Pertussis Outbreak

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East Wenatchee, WA – Chelan-Douglas Health District (CDHD) has received confirmation of a pertussis  outbreak circulating at a local school. To date there are at least 4 cases and CDHD is following up with  several other suspected cases. 

Pertussis (whooping cough) is a well-known and serious respiratory illness caused by the bacteria  Bordetella pertussis. Whooping cough spreads very easily by coughing and sneezing. It begins with  cold-like symptoms and develops into a bad cough. Coughing spells can be severe, sometimes ending  in gagging or vomiting. Some kids also may have a high-pitched “whoop” after they cough, which is  how the disease got its common name (although infants may not cough at all, and some teens and  adults don’t have a “whoop” after they cough). People that have been vaccinated for pertussis may  have milder symptoms, but it is important to know that they can still get and transmit pertussis.  Complications of pertussis include pneumonia, syncope (passing out), seizures, apnea (stopping  breathing) and death. These severe complications are most common in infants, with half of infected  infants requiring hospitalization. Pertussis infection during pregnancy can affect the fetus and result  in newborn complications. 

Person to person spread of pertussis occurs through large respiratory droplets, and is most likely  among people that live together or people who spend time together indoors. Wearing medical grade surgical masks can prevent the spread of droplets and protect individuals from passing on  pertussis and decrease the risk of contracting pertussis. 

The most effective preventive measure against pertussis infection, transmission and complications  is routine vaccination. 

Antibiotics are used in pertussis cases to treat the illness, avoid progression of the disease and  complications, decrease transmission and prevent the onset of illness after exposure. There are  tests available for Pertussis. However, a negative test does not mean a person should stop the  treatment. The full prescription should be taken as directed by your care provider. Anybody with  the following should see a healthcare provider: 

1. Any of the symptoms mentioned above 

2. Respiratory symptoms after exposure to pertussis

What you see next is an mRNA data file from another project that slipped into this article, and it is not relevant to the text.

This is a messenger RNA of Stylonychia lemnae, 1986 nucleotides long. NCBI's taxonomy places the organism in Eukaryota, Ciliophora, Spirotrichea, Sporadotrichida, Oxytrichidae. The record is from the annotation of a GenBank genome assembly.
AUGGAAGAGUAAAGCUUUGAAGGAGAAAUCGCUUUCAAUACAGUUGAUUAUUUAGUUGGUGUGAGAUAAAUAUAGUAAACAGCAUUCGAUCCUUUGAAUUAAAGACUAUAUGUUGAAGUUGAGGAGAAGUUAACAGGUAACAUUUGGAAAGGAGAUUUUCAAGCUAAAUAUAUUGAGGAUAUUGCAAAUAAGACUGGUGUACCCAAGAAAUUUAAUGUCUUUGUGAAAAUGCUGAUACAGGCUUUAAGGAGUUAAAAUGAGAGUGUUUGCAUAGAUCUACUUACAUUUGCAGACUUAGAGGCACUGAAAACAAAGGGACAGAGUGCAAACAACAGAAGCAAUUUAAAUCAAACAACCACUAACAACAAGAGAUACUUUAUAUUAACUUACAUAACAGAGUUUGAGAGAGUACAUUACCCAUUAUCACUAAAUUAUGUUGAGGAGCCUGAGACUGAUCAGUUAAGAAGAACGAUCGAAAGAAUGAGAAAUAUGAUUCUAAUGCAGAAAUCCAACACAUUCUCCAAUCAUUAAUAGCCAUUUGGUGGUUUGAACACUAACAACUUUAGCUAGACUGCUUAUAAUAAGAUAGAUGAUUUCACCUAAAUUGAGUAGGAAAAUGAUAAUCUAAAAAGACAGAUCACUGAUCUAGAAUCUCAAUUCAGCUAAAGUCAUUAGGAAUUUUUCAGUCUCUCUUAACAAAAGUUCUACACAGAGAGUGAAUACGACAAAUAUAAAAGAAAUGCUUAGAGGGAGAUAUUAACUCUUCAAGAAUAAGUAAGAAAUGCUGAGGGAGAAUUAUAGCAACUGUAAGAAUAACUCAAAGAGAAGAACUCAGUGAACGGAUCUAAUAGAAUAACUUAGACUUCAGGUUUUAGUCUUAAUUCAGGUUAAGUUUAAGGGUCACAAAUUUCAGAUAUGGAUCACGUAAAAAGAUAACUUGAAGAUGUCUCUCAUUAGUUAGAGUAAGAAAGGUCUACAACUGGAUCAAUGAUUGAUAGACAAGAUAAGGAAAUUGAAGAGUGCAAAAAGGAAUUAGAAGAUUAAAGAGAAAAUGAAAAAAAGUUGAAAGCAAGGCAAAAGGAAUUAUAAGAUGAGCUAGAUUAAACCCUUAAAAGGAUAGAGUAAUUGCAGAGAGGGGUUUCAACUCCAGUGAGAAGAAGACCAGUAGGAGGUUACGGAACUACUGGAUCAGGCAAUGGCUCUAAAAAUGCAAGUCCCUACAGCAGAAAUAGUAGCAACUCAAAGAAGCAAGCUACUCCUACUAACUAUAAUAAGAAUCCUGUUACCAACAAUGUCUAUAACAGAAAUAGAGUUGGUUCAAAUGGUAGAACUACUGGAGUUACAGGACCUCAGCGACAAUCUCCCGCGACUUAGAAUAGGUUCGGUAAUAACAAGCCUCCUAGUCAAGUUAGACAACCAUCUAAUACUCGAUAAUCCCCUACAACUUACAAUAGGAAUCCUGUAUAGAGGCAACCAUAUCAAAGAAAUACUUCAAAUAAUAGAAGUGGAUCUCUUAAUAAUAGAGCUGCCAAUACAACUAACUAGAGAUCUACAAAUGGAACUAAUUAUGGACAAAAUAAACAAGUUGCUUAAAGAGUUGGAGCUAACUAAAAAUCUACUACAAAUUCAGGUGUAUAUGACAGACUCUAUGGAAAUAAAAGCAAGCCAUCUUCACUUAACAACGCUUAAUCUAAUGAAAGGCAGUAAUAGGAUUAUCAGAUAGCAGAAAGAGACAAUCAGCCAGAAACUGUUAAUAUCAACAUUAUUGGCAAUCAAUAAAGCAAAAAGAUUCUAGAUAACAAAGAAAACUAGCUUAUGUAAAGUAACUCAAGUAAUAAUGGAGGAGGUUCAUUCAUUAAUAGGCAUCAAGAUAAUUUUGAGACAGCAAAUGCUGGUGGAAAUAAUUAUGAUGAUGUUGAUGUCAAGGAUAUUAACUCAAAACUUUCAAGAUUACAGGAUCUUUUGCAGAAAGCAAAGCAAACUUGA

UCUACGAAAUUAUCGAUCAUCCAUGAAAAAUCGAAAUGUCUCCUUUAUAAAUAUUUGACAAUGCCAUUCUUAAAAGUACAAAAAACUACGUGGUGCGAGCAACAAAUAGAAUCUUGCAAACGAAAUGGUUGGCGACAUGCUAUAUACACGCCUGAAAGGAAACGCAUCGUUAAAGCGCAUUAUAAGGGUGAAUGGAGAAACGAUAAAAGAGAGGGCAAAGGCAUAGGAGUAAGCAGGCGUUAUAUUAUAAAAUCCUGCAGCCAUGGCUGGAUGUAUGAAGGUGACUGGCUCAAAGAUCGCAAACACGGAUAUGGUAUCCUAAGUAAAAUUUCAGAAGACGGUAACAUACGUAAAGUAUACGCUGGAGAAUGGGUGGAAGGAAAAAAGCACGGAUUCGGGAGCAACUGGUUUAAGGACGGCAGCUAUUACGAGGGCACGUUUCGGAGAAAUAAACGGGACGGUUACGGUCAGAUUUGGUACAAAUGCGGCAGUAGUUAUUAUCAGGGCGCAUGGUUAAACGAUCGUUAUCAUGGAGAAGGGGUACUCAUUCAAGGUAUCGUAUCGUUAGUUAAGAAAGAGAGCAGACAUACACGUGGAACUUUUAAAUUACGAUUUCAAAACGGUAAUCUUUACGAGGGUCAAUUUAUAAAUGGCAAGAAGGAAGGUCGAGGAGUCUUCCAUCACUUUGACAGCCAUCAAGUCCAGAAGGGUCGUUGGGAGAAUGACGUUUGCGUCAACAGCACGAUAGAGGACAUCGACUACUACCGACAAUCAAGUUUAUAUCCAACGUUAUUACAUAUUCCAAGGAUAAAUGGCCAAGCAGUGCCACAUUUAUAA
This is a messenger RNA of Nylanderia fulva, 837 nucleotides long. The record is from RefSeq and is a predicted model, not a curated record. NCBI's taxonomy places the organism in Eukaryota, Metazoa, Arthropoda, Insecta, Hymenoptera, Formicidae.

3. Contact with a person with pertussis 

Phone: (509) 886-6400 | Fax: (509) 886-6478 | Always Working for a Safer and Healthier Community 

4. Any conditions which put the person at high risk (less than one year or pregnant) 5. Exposure to pertussis and contact with high-risk individuals 

CDHD recommends practicing good respiratory hygiene:  

● Cover your mouth and nose with a tissue when you cough or sneeze. 

● Throw away used tissues in the wastebasket right away. 

● Wash your hands often with soap and water for at least 20 seconds. 

● If soap and water are not available, use an alcohol-based hand sanitizer. 

● Talk to your healthcare provider if you have been exposed to Pertussis. 

● Anyone who is not up to date on their pertussis vaccination schedule seek care with their  healthcare provider to update their immunization status. 

● If you are experiencing respiratory illness symptoms, stay home for 24 hours and seek  healthcare evaluation if symptoms do not improve. 

Chelan-Douglas Health District is working closely with school officials, local healthcare providers and  the Washington State Department of Health to rapidly respond, monitor and assist in care of affected  individuals and their families. Prevention of severe illness among those most vulnerable to pertussis  is our highest priority. 


Centers for Disease Control and Prevention 

Washington State Department of Health 

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Phone: (509) 886-6400
Fax: (509) 886-6478
Always Working For A Safer And Healthier Community

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